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A Postmodern Revelation

A Postmodern Revelation: Signs of Astrology and the Apocalypse

Copyright Date: 1997
Pages: 416
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  • Book Info
    A Postmodern Revelation
    Book Description:

    Chevalier reveals that the Book of Revelation was written as a polemical response to ancient astromythology and shows that concerns with natural and cultural history have supplanted the future-oriented visions of astrology and Christian prophecy.

    eISBN: 978-1-4426-7865-1
    Subjects: Language & Literature

Table of Contents

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  1. Front Matter
    (pp. i-vi)
  2. Table of Contents
    (pp. vii-x)
  3. Plates
    (pp. xi-xii)
  4. Abbreviations
    (pp. xiii-2)
  5. 1 Ends and Flickers of Doubt
    (pp. 3-51)

    This book explores the confrontation between and downfall of two modes of storytelling in Western history: astrology and eschatology – hence, divination and prophecy, or the cult of stars and the visions of Revelation. While both modes of discourse on time have profoundly marked Western history, they are now excluded from dominant concerns of the modern and postmodern world, having been reduced to pale reflections of the hegemonic signs they used to be. My intention is to bring both grand narratives back to life, if only through a postmodern dialogue with history. The journey begins with an overview of the...

  6. 2 Music of the Spheres
    (pp. 52-125)

    Ancient astrology rests on the assumption that motions of the heavenly bodies are divine in the sense of being all-encompassing, and also permanent and immutable features of the cosmos. At the same time, these motions are variable, observable, and measurable, and they produce interactive influences that can be acted upon, if only minimally.

    In the astrological perspective, attributes of eternity and infinity are predicated upon the lawful universe as opposed to any intangible deity or divine will governing the world from beyond the visible spheres. In the words of Manilius (Astronomies1: 518ff.):

    Everything born to a mortal existence is...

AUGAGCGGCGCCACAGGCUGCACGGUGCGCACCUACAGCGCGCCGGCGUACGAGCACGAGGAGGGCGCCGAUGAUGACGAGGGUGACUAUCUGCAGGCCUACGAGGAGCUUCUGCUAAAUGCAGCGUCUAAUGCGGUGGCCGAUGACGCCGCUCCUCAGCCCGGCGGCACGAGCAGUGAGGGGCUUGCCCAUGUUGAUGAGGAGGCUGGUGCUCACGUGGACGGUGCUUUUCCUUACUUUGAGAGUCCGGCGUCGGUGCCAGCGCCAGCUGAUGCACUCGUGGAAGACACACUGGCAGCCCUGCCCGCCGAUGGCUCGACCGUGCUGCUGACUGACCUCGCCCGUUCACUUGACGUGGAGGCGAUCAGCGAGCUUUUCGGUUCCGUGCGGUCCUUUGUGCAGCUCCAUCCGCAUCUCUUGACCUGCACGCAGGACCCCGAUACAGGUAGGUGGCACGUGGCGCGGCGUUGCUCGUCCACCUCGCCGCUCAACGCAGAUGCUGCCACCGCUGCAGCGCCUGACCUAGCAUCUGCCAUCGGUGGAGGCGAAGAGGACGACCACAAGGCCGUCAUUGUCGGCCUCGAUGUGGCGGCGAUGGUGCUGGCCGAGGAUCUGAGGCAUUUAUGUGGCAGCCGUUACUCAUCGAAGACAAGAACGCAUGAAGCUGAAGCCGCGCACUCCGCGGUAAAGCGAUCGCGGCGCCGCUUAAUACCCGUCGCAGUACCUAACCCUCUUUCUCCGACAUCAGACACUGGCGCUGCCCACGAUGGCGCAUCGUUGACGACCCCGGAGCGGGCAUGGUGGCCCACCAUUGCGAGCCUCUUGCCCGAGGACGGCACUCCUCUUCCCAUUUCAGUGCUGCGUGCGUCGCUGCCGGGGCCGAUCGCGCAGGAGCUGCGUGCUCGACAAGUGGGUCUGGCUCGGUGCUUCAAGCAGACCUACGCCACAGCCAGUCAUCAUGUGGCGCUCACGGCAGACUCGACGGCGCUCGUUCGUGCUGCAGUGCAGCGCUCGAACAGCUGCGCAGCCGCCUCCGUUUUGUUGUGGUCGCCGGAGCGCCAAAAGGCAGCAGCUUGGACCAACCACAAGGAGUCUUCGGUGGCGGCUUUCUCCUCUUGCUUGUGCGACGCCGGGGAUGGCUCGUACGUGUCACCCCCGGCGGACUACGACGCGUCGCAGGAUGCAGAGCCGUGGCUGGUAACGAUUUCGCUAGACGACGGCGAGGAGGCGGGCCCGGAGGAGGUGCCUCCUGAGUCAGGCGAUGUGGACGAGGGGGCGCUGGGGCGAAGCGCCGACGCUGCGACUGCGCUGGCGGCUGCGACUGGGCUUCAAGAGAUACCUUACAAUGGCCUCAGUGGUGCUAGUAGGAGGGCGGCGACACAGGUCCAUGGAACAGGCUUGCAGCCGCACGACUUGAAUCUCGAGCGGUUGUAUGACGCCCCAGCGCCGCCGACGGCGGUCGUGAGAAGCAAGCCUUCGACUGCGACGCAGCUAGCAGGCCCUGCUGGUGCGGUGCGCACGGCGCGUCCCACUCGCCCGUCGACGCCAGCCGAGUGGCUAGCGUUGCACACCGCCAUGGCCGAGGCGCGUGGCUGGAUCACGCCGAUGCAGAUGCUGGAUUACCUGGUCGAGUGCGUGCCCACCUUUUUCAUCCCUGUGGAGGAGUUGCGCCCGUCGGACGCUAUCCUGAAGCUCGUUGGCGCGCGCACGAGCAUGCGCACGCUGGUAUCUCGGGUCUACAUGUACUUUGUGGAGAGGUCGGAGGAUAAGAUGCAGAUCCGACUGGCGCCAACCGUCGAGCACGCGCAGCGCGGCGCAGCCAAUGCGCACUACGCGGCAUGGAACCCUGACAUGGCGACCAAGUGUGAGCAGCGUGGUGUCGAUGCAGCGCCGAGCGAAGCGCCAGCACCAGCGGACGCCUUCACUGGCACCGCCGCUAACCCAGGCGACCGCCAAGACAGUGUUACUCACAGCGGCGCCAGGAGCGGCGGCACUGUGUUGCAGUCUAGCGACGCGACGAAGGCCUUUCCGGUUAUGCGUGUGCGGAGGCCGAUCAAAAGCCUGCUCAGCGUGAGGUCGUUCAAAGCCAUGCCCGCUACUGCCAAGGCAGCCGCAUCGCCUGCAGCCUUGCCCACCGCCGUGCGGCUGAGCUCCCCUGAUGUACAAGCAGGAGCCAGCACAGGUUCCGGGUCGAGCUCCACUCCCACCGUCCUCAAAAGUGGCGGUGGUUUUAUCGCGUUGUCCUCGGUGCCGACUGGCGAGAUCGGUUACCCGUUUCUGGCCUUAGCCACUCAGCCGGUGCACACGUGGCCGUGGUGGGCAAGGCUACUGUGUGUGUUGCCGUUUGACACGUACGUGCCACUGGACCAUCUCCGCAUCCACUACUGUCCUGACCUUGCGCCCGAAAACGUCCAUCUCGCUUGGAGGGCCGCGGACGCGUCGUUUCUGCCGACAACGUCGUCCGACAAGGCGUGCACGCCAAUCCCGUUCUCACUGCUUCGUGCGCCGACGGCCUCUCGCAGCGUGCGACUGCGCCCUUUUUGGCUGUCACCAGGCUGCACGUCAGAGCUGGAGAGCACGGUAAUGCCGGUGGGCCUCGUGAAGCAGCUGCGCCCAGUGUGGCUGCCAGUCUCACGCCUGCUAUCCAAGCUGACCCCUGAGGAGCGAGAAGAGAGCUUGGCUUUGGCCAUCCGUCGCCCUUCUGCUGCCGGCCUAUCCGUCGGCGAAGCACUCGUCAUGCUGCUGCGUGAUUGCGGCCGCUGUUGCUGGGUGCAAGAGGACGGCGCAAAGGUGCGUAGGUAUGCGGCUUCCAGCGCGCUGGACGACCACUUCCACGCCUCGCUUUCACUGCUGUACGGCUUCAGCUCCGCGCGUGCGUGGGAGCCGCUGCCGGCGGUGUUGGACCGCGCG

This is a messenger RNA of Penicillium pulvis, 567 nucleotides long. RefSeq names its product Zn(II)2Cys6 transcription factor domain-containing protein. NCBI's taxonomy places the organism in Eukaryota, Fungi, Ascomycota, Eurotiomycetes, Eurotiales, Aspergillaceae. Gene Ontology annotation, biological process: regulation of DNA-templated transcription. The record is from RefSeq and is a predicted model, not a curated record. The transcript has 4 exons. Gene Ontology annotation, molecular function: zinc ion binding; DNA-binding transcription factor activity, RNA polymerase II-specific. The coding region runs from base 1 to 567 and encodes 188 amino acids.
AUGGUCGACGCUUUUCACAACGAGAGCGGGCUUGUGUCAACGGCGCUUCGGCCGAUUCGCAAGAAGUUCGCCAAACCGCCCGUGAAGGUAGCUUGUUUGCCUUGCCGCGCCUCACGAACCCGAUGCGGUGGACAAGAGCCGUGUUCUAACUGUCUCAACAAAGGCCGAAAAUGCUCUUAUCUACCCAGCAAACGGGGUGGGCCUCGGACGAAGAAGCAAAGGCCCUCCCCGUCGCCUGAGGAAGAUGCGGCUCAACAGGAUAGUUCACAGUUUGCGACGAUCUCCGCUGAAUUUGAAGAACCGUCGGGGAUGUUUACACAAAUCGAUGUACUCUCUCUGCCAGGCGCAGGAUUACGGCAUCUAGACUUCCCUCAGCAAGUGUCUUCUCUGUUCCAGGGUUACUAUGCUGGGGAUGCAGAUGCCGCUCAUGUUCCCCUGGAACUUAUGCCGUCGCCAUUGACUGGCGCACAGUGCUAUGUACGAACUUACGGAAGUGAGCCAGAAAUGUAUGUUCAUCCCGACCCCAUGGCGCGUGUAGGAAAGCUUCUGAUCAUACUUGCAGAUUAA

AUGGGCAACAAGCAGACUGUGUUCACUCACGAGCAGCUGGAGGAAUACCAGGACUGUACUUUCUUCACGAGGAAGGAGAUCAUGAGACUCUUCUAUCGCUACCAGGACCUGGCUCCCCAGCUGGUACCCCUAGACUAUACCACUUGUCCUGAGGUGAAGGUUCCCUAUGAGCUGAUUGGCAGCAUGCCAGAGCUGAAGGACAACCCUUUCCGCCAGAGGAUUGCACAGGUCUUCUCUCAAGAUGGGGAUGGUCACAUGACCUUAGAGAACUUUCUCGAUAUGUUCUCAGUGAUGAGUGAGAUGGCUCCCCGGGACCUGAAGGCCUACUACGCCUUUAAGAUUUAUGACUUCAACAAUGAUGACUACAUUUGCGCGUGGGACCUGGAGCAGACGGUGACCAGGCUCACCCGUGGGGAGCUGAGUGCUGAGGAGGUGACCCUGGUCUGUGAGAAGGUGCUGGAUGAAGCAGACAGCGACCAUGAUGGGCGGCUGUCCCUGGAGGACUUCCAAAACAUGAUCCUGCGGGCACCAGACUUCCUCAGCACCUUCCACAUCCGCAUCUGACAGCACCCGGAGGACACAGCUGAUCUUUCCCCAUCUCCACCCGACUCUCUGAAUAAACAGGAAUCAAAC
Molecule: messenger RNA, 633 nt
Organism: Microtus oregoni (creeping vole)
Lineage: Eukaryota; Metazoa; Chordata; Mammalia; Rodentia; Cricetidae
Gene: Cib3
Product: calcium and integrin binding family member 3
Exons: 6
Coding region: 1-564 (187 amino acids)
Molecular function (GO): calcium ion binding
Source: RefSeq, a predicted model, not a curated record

7. 3 A History of Revelations
    (pp. 126-174)

    Although there is only one New Testament Apocalypse, there are many interpretations of the book, alternative readings which exegetes are bound to address when delving into the original text. ‘Explaining’ John’s writing thus entails doing several things: scrutinizing the reference text, exploring its response to its immediate context, showing how it speaks to particular audiences and other texts (Jewish, pagan), situating one’s readingvis-à-visother exegetic contributions, and then addressing the relevance of it all from the standpoint of modern readers. Far from being a simple hermeneutic reconstruction of one text through the writing of another – a straightforward encounter...

  8. 4 Alpha and Omega
    (pp. 175-196)

    The Book of Revelation is portrayed by John as anapokalypsis, the Greek term for ‘disclosure.’ Theunveilingof past history and the end of time has fomented many literal inquiries into the exact semantics and intentions of John’s writings. Against these restrictive approaches to Revelation, one should insist on the subtlety of the prophet’s presentation of his vision, ‘made known’ (semaino) to him by the hand of the angel, an expression derived from the rootsemeion, ‘a sign.’ The metaphorical language suggested by this word implies a roundabout unfolding of the future conveyed through sign-manifestations of Logos, the word...

  9. 5 The Seven Churches of Asia
    (pp. 197-222)

    The language of Revelation is largely metaphorical in that it constantly transfers to some words the sense conventionally attributed to other words. But why the transfer? Why must the word of God be revealed or disclosed through such convoluted symbolism? In an attempt to answer this question, Thompson (1990: 8) claims that the function of John’s prophetic language is to unify the world into an organic whole, ‘stitching earth to heaven, the present age to the coming age, local conditions to suprahuman processes, animals to divinities, and fire to water.’